Research ArticleCELL DEATH

Gasdermin D plays a vital role in the generation of neutrophil extracellular traps

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Science Immunology  24 Aug 2018:
Vol. 3, Issue 26, eaar6689
DOI: 10.1126/sciimmunol.aar6689
  • Fig. 1 A chemical screen identifies a compound that inhibits NET formation and binds to GSDMD.

    (A) Screening results. NETs were quantified by image acquisition. A total of 6397 compounds reduced NET incidence to less than 50%, resulting in ≈3.4% hit rate. (B) Structure and characterization of LDC7559, showing the IC50 (in μM) for NET formation induced by PMA and cholesterol crystals, viability in PBMCs, NADPH oxidase, MPO, and NE activity; only NET formation was affected. (C to E) Human primary neutrophils were treated with 1 or 10 μM LDC7559. (C) ROS production of human primary neutrophils activated with PMA. (D) Percentage of neutrophils that phagocytosed fluorescent beads, analyzed 30 min after incubation with beads by flow cytometry. (E) NET formation upon treatment with PMA. Cell death was assessed by adding the cell-impermeable DNA dye SYTOX Green and measuring fluorescent signal over time. (F) Affinity chromatography. LDC2618 was coupled to beads and incubated with HL-60 lysates (1) without (2) or with (3) competition by the initial hit compound LDC7559. After washing, the precipitated peptides were analyzed by MS. (G) Results of MS, showing enrichment of GSDMD peptides upon pulldown with LDC2618 and competition by LDC7559 in two independent experiments. Peptides for NOX2 and MPO were identified but not enriched upon pulldown and not competed by LDC7559. (C to E) Mean ± SEM of three independent experiments. *P < 0.05, one-way analysis of variance (ANOVA) with Dunnett’s multiple comparisons test. DMSO, dimethyl sulfoxide; ns, not significant.

  • Fig. 2 LDC7559 inhibits GSDMD and blocks IL-1β release and pyroptosis.

    (A and B) Human primary monocytes were primed with ultrapure LPS, and the inflammasome was activated with silica (A) or by transfection of poly(dA-dT) (B); IL-1β release was measured by enzyme-linked immunosorbent assay (ELISA). Values are shown as relative to non–inhibitor-treated cells due to donor variability in absolute IL-1β amounts. Cells were treated with LDC7559 at 1 or 10 μM or with caspase-1/4 (Casp-1/4) inhibitor (VX-765, 50 μM) as a control. (C) THP-1 cells were differentiated for 8 hours with PMA, transfected with LPS, and incubated overnight in the absence or presence of LDC7559 (1, 5, or 10 μM). IL-1β release was measured by ELISA. (D) Murine immortalized BMDMs were primed with Pam3CSK4 for 5 hours, transfected with LPS, and incubated overnight in the absence or presence of LDC7559 (1, 5, and 10 μM). IL-1β release was measured by ELISA. (E and F) HEK293T cells were transfected with full-length (FL), C-terminal (CT), and N-terminal (NT) human (hGSDMD; E) or murine (mGSDMD; F) GSDMD constructs. LDH release was measured 16 hours later. When indicated, LDC7559 was added at 1, 5, or 10 μM (E) or at 5 μM (F) 2 hours after transfection. (E) Caspase-1/4 inhibitor (VX-765, 50 μM) or pan-caspase inhibitor (Z-VAD-FMK, 20 μM) was added at the same time as LDC7559. (A to F) Mean ± SEM of three independent experiments or four independent experiments (A). *P < 0.05, **P < 0.01, ***P < 0.001, one-way ANOVA with Dunnett’s multiple comparisons test.

  • Fig. 3 GSDMD localizes to the plasma membrane and is processed during NET formation.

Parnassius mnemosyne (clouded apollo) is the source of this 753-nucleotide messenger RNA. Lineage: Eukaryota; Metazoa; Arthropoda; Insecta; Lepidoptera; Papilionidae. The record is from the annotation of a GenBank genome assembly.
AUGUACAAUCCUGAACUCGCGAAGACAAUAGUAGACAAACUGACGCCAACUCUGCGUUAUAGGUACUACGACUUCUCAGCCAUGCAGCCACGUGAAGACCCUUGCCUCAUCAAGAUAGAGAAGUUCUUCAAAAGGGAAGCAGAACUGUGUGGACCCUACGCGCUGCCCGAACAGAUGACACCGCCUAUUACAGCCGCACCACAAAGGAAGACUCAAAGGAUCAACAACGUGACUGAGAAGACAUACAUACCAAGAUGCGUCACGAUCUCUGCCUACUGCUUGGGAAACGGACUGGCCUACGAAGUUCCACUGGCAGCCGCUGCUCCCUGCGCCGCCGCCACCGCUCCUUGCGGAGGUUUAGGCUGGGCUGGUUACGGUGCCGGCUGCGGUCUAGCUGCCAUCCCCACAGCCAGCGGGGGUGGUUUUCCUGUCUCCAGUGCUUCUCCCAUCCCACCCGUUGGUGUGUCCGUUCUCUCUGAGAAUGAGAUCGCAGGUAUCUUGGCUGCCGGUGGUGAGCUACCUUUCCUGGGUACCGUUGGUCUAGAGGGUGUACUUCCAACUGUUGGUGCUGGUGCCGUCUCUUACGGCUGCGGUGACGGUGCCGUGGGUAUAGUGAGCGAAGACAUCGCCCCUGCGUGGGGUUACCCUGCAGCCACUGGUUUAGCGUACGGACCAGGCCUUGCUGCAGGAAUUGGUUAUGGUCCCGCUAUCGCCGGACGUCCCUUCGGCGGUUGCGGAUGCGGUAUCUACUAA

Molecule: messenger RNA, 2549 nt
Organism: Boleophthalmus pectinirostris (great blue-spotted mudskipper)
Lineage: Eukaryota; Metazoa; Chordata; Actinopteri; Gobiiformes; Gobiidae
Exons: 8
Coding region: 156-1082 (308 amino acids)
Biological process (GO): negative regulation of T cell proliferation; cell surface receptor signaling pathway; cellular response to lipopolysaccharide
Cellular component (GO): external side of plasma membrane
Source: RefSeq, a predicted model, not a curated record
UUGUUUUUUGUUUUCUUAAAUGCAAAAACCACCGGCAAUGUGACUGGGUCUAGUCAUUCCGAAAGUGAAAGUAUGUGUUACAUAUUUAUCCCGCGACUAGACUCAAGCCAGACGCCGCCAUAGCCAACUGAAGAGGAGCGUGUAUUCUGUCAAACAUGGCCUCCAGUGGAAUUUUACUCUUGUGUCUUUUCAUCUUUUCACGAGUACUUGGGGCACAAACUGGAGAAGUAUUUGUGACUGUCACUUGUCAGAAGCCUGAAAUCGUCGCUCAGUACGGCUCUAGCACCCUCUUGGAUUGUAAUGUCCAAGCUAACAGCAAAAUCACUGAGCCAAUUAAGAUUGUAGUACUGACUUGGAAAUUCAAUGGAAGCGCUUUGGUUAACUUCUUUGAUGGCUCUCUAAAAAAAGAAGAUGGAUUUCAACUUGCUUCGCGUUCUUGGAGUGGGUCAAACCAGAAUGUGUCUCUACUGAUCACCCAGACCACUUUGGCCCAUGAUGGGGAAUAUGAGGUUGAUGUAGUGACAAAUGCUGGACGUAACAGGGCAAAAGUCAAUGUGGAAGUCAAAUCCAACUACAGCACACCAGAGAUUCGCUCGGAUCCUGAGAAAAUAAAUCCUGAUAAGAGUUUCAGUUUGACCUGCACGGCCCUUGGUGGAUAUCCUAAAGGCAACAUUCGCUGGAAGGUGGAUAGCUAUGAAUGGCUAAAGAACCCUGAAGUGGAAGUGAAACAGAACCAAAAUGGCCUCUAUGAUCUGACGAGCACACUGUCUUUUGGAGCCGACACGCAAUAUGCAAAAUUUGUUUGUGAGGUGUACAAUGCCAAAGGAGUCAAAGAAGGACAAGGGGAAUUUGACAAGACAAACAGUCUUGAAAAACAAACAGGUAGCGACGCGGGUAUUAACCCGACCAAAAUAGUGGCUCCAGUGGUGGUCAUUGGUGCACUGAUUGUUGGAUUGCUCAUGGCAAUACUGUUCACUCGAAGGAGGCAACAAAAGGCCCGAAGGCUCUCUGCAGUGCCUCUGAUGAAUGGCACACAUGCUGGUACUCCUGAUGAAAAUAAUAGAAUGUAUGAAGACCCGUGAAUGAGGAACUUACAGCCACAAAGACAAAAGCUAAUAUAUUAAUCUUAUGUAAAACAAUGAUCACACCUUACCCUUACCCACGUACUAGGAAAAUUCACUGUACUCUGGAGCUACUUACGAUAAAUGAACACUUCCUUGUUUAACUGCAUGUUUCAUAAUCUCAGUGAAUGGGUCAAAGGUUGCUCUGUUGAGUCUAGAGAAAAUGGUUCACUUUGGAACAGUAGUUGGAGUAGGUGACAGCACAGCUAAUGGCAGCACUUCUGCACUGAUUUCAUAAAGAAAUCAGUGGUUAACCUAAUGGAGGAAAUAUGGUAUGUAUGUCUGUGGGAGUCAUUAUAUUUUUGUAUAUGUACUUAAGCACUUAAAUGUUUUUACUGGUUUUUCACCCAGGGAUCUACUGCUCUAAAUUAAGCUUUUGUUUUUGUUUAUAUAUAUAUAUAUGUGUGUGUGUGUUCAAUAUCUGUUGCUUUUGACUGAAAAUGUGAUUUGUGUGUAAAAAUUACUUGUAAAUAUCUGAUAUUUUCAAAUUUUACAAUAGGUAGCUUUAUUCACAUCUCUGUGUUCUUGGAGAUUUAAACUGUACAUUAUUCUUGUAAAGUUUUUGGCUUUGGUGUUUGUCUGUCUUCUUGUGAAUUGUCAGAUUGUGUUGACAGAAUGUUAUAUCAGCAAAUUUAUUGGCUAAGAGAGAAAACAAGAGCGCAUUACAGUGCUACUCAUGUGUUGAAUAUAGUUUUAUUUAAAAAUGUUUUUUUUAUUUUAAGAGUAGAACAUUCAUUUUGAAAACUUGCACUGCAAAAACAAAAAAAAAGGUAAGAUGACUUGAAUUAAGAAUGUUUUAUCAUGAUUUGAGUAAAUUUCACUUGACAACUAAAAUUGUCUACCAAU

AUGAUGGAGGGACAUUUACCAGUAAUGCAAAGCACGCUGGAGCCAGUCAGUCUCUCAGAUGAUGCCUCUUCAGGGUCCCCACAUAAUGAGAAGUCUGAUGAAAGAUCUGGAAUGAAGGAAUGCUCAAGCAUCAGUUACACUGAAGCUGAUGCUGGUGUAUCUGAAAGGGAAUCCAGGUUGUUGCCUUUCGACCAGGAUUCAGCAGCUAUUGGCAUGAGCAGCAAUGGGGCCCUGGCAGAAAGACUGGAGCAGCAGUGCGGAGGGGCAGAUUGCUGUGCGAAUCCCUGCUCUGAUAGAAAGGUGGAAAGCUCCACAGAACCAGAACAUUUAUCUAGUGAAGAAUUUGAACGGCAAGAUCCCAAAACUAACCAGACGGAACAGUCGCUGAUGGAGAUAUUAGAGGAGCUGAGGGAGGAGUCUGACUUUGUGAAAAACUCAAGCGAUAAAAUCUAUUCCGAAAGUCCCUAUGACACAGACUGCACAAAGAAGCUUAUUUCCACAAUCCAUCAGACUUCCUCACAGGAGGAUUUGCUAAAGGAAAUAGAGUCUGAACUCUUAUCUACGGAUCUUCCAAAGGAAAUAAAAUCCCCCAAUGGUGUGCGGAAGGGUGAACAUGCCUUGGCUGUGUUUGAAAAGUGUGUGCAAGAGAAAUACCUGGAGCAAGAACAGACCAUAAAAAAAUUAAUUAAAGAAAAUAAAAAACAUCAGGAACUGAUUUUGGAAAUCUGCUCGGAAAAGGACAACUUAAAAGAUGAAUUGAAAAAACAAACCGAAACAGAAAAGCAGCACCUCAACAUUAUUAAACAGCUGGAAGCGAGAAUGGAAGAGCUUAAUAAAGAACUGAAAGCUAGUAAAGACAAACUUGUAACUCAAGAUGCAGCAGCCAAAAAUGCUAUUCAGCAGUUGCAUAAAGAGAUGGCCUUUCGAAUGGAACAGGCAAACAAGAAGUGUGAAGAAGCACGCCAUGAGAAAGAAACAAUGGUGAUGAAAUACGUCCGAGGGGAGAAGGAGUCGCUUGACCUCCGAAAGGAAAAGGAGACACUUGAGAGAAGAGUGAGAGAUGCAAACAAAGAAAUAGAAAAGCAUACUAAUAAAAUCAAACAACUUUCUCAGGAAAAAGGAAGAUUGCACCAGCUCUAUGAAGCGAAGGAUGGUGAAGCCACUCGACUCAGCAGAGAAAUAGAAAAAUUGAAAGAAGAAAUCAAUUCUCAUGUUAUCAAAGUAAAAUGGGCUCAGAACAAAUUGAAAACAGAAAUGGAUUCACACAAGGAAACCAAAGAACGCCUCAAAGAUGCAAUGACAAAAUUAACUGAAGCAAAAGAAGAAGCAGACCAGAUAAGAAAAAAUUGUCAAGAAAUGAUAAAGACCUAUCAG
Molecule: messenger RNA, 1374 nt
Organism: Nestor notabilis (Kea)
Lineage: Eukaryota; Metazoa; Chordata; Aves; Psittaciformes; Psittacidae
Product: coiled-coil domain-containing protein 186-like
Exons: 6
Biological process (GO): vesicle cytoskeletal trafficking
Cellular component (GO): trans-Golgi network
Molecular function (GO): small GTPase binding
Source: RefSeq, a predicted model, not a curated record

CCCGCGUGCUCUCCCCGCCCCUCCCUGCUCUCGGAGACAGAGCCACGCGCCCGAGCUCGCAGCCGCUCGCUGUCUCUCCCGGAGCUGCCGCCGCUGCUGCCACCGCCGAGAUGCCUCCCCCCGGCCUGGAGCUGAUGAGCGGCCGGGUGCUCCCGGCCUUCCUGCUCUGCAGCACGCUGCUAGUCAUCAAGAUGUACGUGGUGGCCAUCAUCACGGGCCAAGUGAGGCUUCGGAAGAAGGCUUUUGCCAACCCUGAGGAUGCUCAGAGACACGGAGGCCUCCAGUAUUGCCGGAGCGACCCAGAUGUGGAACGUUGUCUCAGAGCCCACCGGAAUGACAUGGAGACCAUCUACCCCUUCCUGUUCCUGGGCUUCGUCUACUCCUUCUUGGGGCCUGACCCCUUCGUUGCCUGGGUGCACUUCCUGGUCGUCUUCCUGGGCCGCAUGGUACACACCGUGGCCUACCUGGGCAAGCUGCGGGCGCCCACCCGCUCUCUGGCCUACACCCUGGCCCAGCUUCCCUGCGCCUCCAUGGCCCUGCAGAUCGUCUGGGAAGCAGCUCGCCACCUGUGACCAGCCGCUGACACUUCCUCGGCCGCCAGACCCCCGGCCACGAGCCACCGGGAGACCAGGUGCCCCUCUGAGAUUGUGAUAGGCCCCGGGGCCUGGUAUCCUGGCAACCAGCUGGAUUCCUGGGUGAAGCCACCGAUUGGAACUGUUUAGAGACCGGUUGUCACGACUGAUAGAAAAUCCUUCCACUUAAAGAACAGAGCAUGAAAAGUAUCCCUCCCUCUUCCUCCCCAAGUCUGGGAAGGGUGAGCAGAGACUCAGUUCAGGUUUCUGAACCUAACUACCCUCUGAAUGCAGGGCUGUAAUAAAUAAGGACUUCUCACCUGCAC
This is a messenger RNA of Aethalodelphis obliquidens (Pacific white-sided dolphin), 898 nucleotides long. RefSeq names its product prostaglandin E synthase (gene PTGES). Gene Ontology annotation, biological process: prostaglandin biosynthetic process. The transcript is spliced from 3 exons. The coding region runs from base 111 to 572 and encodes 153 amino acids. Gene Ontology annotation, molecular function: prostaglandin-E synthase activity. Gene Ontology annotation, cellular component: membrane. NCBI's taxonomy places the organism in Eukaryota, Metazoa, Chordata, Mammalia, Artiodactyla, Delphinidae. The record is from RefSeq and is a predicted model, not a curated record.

(A) Western blot of human primary neutrophils isolated from a control donor (ctr.) or from a patient with X-linked CGD after stimulation with PMA for 2.5 hours. GSDMD was detected with an antibody directed against full-length GSDMD. In this control, donor loss of full-length GSDMD corresponded with the occurrence of a processed N terminus, which is marked by an arrow. (B) Microscopy images of human primary neutrophils activated for the indicated time points with PMA and stained with antibodies against GSDMD and NE as well as with the DNA dye DAPI; membranes were stained with DiI. GSDMD is detected in remnants of cells that had made a NET (white arrows). Images were acquired at the coverslip level; therefore, spread NETs are not seen. Scale bars, 10 μm. (C) High-resolution TIRF microscopy of human primary neutrophils undergoing NET formation. Cells were fixed at the indicated time points after PMA stimulation in the presence or absence of 5 μM LDC7559. Plasma membranes were stained with DiD. Scale bars, 10 μm. (D) Quantification of TIRF microscopy. Background signal was determined outside the cells, and GSDMD signal (at least 2× background fluorescence intensity) in the TIRF zone was analyzed. Mean ± SEM of three independent experiments is depicted. ***P < 0.001, unpaired two-tailed t test.

  • Fig. 4 NE cleaves and activates GSDMD.

    (A and B) Human neutrophils were treated with caspase inhibitors (Z-VAD-FMK, 20 μM; VX-765, 50 μM) before activation with PMA. NET formation was assessed by staining cells with SYTOX Green and measuring fluorescent signal over time. (C) GSDMD-expressing HEK293T lysates were incubated with lysates of human primary neutrophils for 20 min in the presence of absence of LDC7559 (10 μM) or NE inhibitor (NEi; 10 μM). (D to F) GSDMD-expressing HEK293T lysates were incubated with purified or recombinant proteases for 30 min. (E) Point mutations are indicated in green; caspase cleavage site D275 is marked in purple. Lysates were incubated with NE. (F) Expression of putative NE-cleaved N-terminal fragments of human GSDMD in HEK293T cells. LDH release was measured 16 hours after transfection. Mean ± SEM of three independent experiments is depicted. (G) Lysates of HEK293T cells expressing GSDMD with different four amino acid deletions were incubated with NE or caspase-4. The number on the lane of the Western corresponds to the number in the graphical depiction of the deletions at the bottom of the panel (caspase-4 site is marked in purple). FL, full-length GSDMD. (C to E and G) GSDMD was detected by Western blotting using an antibody directed against full-length GSDMD. Arrows indicate active fragment. *P < 0.05, **P < 0.01, ***P < 0.001, one-way ANOVA with Dunnett’s multiple comparisons test.